26 October 1913 From an article entitled "Adventures of A Detective - Scotland Yard Sleuth Tells of Odd Experiences Hunting Criminals" about a Detective Sergeant Kemp.
"You, of course, remember the Borough poisoning case, where a man named Klosowski, or Chapman, as he chose to call himself, was convicted of the murder by poison of a number of women. Well, I was engaged on the case, which I remember with a certain degree of satisfaction, for it enabled me to procure the release of a wrongfully convicted man who was then in prison. Some time before the murders were discovered the man Chapman had accused another man of robbing him. The man was innocent, but he was convicted in the face of the sworn testimony of Chapman and the very woman, Maud Marsh, who, among other women, he was afterward convicted of murdering.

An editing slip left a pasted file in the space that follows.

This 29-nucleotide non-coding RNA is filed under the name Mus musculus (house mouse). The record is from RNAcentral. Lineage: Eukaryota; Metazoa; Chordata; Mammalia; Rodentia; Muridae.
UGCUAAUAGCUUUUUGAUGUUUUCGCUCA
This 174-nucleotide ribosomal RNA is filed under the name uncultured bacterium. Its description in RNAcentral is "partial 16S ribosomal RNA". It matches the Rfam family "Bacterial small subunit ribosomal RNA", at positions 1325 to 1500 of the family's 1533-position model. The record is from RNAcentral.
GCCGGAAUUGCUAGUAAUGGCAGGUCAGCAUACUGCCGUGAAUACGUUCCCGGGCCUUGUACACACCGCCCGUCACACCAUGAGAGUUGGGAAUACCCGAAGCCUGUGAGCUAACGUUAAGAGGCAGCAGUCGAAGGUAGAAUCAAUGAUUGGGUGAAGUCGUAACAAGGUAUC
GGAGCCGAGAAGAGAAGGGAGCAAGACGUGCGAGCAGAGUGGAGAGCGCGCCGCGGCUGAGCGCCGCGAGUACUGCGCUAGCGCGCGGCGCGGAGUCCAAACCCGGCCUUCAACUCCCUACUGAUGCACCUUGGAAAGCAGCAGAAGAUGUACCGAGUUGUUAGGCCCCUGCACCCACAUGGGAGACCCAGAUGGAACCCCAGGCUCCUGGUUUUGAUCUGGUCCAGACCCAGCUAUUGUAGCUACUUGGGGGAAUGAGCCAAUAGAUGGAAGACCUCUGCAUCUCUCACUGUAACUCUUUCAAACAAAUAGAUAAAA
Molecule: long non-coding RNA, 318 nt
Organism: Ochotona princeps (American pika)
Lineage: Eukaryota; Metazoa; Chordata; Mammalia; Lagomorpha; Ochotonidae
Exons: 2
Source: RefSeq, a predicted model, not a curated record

"Chapman wanted this man 'removed', and this was his way of doing. Among the money supposed to have been stolen were bank notes bearing certain numbers. I and a mate of mine arrested him at the public house which he kept in the borough. It was on the day of the coronation procession, and the public house was decorated with flags and bunting. After his removal from the house in custody I made a search of the place, and in a drawer upstairs I found a bundle of bank notes. When I came to look at the numbers I noticed that several of the notes bore precisely the same numbers as those which Chapman had sworn he had been robbed of. I promptly embodied this discovery in a report, and soon after I had the satisfaction of knowing that the man had been released."